Welcome to the conversation!

Welcome to the conversation!

Harriet Beecher Stowe's (1811-1896) best-selling anti-slavery novel Uncle Tom's Cabin (1852), made her the most famous American woman of the 19th century and galvanized the abolition movement before the Civil War.

The Stowe Center is a 21st-century museum and program center using Stowe's story to inspire social justice and positive change.

The Salons at Stowe programs are a forum to connect the challenging issues (race, gender and class) that impelled Stowe to write and act with the contemporary face of those same issues. The Salon format is based on a robust level of audience participation, with the explicit goal of promoting civic engagement. Recent topics included: Teaching Acceptance; Is Prison the New Slavery; Traces of the Trade: A Story from the Deep North; Creativity and Change; Race, Gender and Politics Today; How to be an Advocate

This blog will expand the reach of these community conversations to the online audience. Add your posts and comments to keep the conversation going! Commit to action by clicking HERE to stay up to date on Salon and social justice news.

For updates on Stowe Center programs and events, sign up for our enews at http://harrietbeecherstowe.org/email.

Thursday, August 28, 2014

#MartinLutherKingJr's thoughts on #poverty in America

51 years ago today, Rev. Dr. Martin Luther King, Jr. delivered his landmark I Have A Dream speech at the March on Washington. One of the nation's most iconic and revered civil rights leaders, many do not know that Dr. King he also spoke out against poverty. In 1967, he published Where Do We Go From Here: Chaos or Community?, a book which advocates for a universal basic income to elevate Americans to the middle class. Jordan Weissmann's Remembering Martin Luther King, Jr.'s Solution to Poverty, published in The Atlantic, reveals the little known story of King's commitment to eliminating poverty. The video clip below feature's King's own words, in his voice, on poverty.

On this 51st anniversary of the March on Washington, what is Martin Luther King, Jr.'s legacy today? What work still needs to be done? How can his approach to poverty issues be used to conquer the persistence of these injustices?

Wednesday, August 27, 2014

New @CDCgov definition draws attention to issue of #bullying in schools

As students prepare to begin another academic year, attention will again be paid to the issue of bullying in schools. The Center for Disease Control issued a new definition on bullying. The CDC defines bullying as any unwanted aggressive behavior(s) by another youth or group of youths who are not siblings or current dating partners that involves an observed or perceived power imbalance and is repeated multiple times or is highly likely to be repeated. With this new definition, the CDC hopes to elicit community conversations and actions to combat bullying.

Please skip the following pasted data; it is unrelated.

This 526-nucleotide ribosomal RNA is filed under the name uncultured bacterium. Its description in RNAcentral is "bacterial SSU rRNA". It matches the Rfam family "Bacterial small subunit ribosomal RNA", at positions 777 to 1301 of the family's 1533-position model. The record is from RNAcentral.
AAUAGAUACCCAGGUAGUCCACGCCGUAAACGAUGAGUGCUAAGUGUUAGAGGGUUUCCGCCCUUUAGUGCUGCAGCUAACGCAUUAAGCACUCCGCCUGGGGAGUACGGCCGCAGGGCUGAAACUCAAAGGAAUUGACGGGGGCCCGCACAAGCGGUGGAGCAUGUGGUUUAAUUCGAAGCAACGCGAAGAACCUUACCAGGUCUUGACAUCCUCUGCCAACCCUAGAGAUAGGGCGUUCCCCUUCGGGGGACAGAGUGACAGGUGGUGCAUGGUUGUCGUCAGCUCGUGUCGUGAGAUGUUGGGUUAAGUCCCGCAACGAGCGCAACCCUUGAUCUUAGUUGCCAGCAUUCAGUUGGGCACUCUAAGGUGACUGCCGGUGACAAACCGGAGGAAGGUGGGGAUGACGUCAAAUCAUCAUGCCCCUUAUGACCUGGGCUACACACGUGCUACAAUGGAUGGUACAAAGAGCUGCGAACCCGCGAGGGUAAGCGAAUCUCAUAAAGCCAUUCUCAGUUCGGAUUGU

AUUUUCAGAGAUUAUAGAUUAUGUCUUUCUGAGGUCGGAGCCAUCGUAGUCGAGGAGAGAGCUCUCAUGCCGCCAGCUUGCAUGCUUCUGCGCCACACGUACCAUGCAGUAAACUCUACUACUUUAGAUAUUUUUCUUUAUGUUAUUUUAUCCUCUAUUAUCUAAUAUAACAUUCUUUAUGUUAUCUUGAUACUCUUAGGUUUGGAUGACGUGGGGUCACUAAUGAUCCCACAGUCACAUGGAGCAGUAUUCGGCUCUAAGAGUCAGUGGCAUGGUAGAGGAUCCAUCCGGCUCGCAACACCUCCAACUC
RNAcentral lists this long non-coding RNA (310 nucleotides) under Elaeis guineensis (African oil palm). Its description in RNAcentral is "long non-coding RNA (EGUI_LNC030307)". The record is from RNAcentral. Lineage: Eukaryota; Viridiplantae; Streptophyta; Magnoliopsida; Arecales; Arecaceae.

What do you think of this definition? Will the attention the CDC is paying to the issue of bullying help spark a larger conversation? What do you think needs to be done to reduce bullying?  

Tuesday, August 26, 2014


Today marks the 45th annual Women’s Equality Day, a day to commemorate the passing of the 19th Amendment, which granted women the right to vote, and to bring attention to the continued fight for full gender equality. The day began in 1971 under the direction of Representative Bella Abzug (D-NY).

Joint Resolution of Congress, 1971Designating August 26 of each year as Women’s Equality Day
WHEREAS, the women of the United States have been treated as second-class citizens and have not been entitled the full rights and privileges, public or private, legal or institutional, which are available to male citizens of the United States; and  
WHEREAS, the women of the United States have united to assure that these rights and privileges are available to all citizens equally regardless of sex; and 
WHEREAS, the women of the United States have designated August 26, the anniversary date of the passage of the Nineteenth Amendment, as symbol of the continued fight for equal rights: and 
WHEREAS, the women of United States are to be commended and supported in their organizations and activities, 
NOW, THEREFORE, BE IT RESOLVED, the Senate and House of Representatives of the United States of America in Congress assembled, that August 26th of each year is designated as Women’s Equality Day, and the President is authorized and requested to issue a proclamation annually in commemoration of that day in 1920, on which the women of America were first given the right to vote, and that day in 1970, on which a nationwide demonstration for women’s rights took place. 

A Stowe House visitor reflects on Stowe and the rights of women

How will you celebrate Women’s Equality Day? In what ways was Harriet Beecher Stowe a pioneer in women’s rights? In what ways can we use Women’s Equality Day to bring light to not just gender inequality but racial, economic, and global inequalities?